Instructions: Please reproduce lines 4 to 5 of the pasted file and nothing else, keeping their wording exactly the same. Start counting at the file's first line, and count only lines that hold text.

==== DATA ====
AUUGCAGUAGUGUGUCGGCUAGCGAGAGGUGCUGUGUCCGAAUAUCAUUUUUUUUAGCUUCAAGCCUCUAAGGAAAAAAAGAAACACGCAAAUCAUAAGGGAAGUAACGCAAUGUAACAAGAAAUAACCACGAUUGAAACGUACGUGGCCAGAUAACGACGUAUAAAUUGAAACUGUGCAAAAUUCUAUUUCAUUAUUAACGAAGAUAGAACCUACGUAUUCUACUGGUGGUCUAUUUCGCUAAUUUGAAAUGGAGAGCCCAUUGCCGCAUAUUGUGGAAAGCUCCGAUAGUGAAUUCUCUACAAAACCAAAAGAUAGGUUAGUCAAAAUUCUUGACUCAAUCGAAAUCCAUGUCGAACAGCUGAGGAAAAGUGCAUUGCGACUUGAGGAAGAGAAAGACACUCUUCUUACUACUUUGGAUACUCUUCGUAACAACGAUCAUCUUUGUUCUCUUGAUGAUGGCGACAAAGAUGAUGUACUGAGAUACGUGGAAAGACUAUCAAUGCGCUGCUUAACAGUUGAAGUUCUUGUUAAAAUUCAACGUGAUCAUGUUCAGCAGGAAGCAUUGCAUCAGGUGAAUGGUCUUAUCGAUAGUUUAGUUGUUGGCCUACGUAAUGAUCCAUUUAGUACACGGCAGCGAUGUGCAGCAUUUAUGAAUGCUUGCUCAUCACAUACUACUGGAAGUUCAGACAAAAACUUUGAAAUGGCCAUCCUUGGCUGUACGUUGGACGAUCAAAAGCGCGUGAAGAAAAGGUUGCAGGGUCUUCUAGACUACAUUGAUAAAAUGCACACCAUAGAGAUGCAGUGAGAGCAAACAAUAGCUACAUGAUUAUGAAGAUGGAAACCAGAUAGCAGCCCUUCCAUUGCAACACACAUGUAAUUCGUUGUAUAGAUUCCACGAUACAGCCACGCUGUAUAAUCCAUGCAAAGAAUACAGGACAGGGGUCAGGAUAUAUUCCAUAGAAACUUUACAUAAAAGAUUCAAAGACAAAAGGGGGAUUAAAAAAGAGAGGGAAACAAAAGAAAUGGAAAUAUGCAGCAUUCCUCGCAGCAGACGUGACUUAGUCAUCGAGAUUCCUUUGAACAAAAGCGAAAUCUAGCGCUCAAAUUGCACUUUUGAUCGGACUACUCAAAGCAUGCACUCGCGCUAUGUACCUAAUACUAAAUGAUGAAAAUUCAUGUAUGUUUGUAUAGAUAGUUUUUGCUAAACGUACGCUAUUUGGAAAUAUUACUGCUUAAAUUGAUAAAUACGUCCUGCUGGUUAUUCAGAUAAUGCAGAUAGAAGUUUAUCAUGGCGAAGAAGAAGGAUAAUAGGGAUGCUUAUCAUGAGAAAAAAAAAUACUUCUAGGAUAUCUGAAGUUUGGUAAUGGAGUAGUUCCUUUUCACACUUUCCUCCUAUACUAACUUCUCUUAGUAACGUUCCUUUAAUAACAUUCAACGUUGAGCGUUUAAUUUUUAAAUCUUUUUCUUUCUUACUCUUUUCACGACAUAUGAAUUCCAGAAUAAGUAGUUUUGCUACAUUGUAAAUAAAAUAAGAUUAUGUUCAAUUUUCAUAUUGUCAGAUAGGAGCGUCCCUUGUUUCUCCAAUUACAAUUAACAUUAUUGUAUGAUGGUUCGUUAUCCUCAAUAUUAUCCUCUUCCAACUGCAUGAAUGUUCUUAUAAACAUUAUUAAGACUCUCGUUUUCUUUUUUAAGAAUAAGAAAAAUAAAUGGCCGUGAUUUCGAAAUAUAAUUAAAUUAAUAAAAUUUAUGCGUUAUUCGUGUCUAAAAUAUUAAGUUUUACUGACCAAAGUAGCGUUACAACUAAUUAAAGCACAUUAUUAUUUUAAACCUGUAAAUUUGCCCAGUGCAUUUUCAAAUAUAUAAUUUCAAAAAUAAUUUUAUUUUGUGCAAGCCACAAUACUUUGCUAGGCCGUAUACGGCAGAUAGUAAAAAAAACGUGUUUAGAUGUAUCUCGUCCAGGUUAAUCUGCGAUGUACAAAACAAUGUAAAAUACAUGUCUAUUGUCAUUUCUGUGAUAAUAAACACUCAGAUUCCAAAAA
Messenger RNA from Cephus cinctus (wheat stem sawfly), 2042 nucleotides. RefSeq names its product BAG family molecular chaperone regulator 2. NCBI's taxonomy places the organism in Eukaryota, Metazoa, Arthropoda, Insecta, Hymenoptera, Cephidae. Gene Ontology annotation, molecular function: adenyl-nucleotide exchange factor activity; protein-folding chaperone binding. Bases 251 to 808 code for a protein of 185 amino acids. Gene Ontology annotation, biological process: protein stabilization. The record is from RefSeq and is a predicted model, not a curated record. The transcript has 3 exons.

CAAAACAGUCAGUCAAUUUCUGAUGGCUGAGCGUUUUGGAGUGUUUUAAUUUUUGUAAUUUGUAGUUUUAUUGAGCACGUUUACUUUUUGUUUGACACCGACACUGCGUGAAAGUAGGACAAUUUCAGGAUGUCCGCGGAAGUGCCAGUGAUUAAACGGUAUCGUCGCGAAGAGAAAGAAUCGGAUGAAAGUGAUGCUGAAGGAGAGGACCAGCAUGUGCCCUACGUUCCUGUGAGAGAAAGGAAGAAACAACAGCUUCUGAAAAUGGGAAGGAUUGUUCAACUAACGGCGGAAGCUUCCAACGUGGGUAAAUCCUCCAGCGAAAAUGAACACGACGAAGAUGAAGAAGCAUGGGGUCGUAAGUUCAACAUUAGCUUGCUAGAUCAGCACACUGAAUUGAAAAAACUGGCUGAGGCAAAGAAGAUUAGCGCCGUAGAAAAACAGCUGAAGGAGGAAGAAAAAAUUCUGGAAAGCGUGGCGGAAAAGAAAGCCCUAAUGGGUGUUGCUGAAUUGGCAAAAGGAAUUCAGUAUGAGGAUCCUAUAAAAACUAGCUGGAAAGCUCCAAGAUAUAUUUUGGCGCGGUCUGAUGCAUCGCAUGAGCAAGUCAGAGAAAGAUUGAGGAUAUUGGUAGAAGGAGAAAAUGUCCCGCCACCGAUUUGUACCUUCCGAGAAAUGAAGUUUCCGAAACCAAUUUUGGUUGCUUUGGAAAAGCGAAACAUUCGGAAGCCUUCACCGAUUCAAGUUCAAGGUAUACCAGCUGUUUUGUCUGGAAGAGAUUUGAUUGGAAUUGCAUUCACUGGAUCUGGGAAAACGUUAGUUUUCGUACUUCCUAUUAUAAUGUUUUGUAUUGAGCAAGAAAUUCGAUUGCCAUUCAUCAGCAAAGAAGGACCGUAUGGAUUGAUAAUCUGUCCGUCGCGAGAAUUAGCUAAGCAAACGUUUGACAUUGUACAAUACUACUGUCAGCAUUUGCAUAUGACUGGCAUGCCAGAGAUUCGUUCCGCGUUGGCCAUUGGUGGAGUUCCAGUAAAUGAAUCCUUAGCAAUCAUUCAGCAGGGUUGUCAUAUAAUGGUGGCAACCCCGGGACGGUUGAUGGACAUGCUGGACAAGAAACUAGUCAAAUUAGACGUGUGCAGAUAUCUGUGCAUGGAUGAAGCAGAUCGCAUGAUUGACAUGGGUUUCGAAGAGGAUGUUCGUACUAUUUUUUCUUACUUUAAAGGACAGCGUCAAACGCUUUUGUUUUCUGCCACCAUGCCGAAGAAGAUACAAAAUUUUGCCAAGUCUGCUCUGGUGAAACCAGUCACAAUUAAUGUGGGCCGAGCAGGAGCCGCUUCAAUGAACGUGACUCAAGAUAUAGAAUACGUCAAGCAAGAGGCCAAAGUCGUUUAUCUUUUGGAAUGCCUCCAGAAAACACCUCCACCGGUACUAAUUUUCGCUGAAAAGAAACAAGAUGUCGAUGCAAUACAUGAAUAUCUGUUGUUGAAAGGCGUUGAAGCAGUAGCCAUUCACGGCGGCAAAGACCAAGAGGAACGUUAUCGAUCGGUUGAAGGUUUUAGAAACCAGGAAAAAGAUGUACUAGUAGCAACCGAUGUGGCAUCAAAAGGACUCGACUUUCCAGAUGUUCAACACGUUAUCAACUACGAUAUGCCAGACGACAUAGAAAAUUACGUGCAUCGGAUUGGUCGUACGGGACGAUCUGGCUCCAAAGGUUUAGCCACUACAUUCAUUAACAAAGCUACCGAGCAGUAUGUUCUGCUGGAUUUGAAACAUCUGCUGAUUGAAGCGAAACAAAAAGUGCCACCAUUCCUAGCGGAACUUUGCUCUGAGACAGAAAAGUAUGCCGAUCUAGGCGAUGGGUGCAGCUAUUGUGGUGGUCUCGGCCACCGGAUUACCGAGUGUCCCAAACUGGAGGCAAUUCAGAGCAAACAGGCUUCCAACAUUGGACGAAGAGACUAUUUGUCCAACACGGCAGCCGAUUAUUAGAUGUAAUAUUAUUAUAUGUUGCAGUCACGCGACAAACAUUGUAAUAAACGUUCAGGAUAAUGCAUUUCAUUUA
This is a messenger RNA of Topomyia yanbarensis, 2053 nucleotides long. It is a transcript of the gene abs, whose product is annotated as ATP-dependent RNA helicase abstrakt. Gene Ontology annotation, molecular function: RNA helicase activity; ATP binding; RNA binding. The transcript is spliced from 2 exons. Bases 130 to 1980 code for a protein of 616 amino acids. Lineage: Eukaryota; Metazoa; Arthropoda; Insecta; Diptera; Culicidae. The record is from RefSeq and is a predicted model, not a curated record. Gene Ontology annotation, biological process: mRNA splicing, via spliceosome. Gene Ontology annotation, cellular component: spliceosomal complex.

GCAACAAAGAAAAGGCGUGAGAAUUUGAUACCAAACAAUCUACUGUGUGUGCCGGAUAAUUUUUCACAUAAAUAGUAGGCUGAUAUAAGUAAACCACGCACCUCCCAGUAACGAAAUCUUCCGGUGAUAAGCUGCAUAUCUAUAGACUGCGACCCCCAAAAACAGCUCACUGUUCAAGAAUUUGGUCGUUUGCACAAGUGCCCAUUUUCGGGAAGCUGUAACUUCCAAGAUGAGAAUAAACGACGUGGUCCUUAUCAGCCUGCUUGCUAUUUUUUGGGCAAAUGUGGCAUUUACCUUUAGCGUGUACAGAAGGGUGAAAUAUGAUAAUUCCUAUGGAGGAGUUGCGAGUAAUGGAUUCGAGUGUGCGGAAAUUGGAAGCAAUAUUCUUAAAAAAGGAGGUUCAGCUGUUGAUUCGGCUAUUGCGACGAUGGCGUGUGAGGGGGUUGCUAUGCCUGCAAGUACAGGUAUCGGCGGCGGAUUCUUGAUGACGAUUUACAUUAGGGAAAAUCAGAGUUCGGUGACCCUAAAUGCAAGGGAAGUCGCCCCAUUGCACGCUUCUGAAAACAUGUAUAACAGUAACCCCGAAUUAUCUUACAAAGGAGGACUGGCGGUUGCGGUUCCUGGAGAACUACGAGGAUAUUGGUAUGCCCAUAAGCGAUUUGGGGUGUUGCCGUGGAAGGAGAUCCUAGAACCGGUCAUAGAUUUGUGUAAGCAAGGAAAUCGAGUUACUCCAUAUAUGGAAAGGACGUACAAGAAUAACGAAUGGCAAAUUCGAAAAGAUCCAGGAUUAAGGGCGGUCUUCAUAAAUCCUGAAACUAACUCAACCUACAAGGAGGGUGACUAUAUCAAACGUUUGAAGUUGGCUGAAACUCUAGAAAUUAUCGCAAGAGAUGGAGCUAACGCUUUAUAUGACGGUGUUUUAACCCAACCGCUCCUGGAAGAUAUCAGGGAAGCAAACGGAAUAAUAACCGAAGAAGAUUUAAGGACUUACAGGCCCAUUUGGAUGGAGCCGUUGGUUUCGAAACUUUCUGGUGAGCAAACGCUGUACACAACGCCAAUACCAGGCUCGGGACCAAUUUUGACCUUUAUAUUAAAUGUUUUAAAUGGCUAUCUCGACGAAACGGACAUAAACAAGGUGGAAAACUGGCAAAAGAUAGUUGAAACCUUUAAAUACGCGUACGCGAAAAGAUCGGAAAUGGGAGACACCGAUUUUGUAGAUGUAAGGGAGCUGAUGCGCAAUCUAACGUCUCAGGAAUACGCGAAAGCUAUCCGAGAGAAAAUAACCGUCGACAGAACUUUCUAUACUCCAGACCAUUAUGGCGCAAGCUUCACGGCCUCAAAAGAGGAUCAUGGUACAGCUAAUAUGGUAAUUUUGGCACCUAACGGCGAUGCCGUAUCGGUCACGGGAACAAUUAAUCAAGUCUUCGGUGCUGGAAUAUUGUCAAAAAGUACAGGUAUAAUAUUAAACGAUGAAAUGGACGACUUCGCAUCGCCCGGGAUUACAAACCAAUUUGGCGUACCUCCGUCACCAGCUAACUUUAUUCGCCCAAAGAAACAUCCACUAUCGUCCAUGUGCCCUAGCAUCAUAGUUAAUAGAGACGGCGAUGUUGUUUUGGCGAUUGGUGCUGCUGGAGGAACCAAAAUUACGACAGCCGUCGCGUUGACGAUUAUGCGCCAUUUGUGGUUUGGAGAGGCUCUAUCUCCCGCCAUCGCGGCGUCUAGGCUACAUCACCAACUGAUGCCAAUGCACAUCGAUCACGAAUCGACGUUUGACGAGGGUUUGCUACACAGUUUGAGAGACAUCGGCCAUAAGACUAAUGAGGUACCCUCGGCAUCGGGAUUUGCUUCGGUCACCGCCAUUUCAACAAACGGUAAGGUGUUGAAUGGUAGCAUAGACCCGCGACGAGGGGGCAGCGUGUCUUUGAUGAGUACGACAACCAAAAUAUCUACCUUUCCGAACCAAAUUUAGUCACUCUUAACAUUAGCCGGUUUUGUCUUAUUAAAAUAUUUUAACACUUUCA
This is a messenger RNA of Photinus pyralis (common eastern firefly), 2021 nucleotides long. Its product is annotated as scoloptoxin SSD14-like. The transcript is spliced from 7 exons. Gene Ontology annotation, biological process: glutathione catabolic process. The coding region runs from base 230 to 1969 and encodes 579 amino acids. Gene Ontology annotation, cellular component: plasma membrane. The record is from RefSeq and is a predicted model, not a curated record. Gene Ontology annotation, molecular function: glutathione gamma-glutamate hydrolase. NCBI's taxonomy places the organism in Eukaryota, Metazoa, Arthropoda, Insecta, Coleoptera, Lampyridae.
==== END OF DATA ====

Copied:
This is a messenger RNA of Topomyia yanbarensis, 2053 nucleotides long. It is a transcript of the gene abs, whose product is annotated as ATP-dependent RNA helicase abstrakt. Gene Ontology annotation, molecular function: RNA helicase activity; ATP binding; RNA binding. The transcript is spliced from 2 exons. Bases 130 to 1980 code for a protein of 616 amino acids. Lineage: Eukaryota; Metazoa; Arthropoda; Insecta; Diptera; Culicidae. The record is from RefSeq and is a predicted model, not a curated record. Gene Ontology annotation, biological process: mRNA splicing, via spliceosome. Gene Ontology annotation, cellular component: spliceosomal complex.

GCAACAAAGAAAAGGCGUGAGAAUUUGAUACCAAACAAUCUACUGUGUGUGCCGGAUAAUUUUUCACAUAAAUAGUAGGCUGAUAUAAGUAAACCACGCACCUCCCAGUAACGAAAUCUUCCGGUGAUAAGCUGCAUAUCUAUAGACUGCGACCCCCAAAAACAGCUCACUGUUCAAGAAUUUGGUCGUUUGCACAAGUGCCCAUUUUCGGGAAGCUGUAACUUCCAAGAUGAGAAUAAACGACGUGGUCCUUAUCAGCCUGCUUGCUAUUUUUUGGGCAAAUGUGGCAUUUACCUUUAGCGUGUACAGAAGGGUGAAAUAUGAUAAUUCCUAUGGAGGAGUUGCGAGUAAUGGAUUCGAGUGUGCGGAAAUUGGAAGCAAUAUUCUUAAAAAAGGAGGUUCAGCUGUUGAUUCGGCUAUUGCGACGAUGGCGUGUGAGGGGGUUGCUAUGCCUGCAAGUACAGGUAUCGGCGGCGGAUUCUUGAUGACGAUUUACAUUAGGGAAAAUCAGAGUUCGGUGACCCUAAAUGCAAGGGAAGUCGCCCCAUUGCACGCUUCUGAAAACAUGUAUAACAGUAACCCCGAAUUAUCUUACAAAGGAGGACUGGCGGUUGCGGUUCCUGGAGAACUACGAGGAUAUUGGUAUGCCCAUAAGCGAUUUGGGGUGUUGCCGUGGAAGGAGAUCCUAGAACCGGUCAUAGAUUUGUGUAAGCAAGGAAAUCGAGUUACUCCAUAUAUGGAAAGGACGUACAAGAAUAACGAAUGGCAAAUUCGAAAAGAUCCAGGAUUAAGGGCGGUCUUCAUAAAUCCUGAAACUAACUCAACCUACAAGGAGGGUGACUAUAUCAAACGUUUGAAGUUGGCUGAAACUCUAGAAAUUAUCGCAAGAGAUGGAGCUAACGCUUUAUAUGACGGUGUUUUAACCCAACCGCUCCUGGAAGAUAUCAGGGAAGCAAACGGAAUAAUAACCGAAGAAGAUUUAAGGACUUACAGGCCCAUUUGGAUGGAGCCGUUGGUUUCGAAACUUUCUGGUGAGCAAACGCUGUACACAACGCCAAUACCAGGCUCGGGACCAAUUUUGACCUUUAUAUUAAAUGUUUUAAAUGGCUAUCUCGACGAAACGGACAUAAACAAGGUGGAAAACUGGCAAAAGAUAGUUGAAACCUUUAAAUACGCGUACGCGAAAAGAUCGGAAAUGGGAGACACCGAUUUUGUAGAUGUAAGGGAGCUGAUGCGCAAUCUAACGUCUCAGGAAUACGCGAAAGCUAUCCGAGAGAAAAUAACCGUCGACAGAACUUUCUAUACUCCAGACCAUUAUGGCGCAAGCUUCACGGCCUCAAAAGAGGAUCAUGGUACAGCUAAUAUGGUAAUUUUGGCACCUAACGGCGAUGCCGUAUCGGUCACGGGAACAAUUAAUCAAGUCUUCGGUGCUGGAAUAUUGUCAAAAAGUACAGGUAUAAUAUUAAACGAUGAAAUGGACGACUUCGCAUCGCCCGGGAUUACAAACCAAUUUGGCGUACCUCCGUCACCAGCUAACUUUAUUCGCCCAAAGAAACAUCCACUAUCGUCCAUGUGCCCUAGCAUCAUAGUUAAUAGAGACGGCGAUGUUGUUUUGGCGAUUGGUGCUGCUGGAGGAACCAAAAUUACGACAGCCGUCGCGUUGACGAUUAUGCGCCAUUUGUGGUUUGGAGAGGCUCUAUCUCCCGCCAUCGCGGCGUCUAGGCUACAUCACCAACUGAUGCCAAUGCACAUCGAUCACGAAUCGACGUUUGACGAGGGUUUGCUACACAGUUUGAGAGACAUCGGCCAUAAGACUAAUGAGGUACCCUCGGCAUCGGGAUUUGCUUCGGUCACCGCCAUUUCAACAAACGGUAAGGUGUUGAAUGGUAGCAUAGACCCGCGACGAGGGGGCAGCGUGUCUUUGAUGAGUACGACAACCAAAAUAUCUACCUUUCCGAACCAAAUUUAGUCACUCUUAACAUUAGCCGGUUUUGUCUUAUUAAAAUAUUUUAACACUUUCA